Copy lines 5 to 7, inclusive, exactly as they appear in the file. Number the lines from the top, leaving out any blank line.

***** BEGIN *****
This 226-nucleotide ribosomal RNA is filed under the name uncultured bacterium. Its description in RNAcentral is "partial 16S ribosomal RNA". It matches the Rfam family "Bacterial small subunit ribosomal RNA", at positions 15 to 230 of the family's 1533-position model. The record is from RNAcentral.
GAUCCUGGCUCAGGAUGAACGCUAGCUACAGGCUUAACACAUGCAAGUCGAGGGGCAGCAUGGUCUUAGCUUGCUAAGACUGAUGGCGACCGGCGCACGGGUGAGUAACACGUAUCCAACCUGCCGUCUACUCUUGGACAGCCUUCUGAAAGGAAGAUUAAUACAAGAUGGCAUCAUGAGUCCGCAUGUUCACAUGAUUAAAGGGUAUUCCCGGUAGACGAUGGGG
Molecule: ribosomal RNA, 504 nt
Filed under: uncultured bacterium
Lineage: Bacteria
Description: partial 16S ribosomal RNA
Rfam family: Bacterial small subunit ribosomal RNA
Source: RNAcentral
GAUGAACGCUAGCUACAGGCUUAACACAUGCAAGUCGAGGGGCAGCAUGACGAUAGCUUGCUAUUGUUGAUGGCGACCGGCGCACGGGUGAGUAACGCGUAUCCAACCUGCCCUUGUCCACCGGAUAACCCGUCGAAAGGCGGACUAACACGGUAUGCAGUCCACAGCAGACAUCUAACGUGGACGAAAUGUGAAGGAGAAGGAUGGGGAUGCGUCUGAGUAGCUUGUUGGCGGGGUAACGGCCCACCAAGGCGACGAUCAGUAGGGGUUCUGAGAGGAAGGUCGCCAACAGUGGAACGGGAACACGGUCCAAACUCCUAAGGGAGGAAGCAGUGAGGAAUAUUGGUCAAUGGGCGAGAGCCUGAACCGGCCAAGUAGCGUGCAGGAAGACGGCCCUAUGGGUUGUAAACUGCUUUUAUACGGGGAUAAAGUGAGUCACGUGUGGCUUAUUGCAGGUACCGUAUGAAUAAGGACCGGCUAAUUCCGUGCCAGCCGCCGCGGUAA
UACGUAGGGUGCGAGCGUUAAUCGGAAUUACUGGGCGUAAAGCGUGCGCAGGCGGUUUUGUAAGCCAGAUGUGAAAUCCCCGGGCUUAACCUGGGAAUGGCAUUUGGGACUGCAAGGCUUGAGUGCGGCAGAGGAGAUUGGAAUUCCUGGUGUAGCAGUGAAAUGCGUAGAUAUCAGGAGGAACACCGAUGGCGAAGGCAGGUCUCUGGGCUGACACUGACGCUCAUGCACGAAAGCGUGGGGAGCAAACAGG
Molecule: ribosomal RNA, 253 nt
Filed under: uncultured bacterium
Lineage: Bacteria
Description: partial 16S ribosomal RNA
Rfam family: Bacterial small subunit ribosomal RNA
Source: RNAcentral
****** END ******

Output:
Lineage: Bacteria
Description: partial 16S ribosomal RNA
Rfam family: Bacterial small subunit ribosomal RNA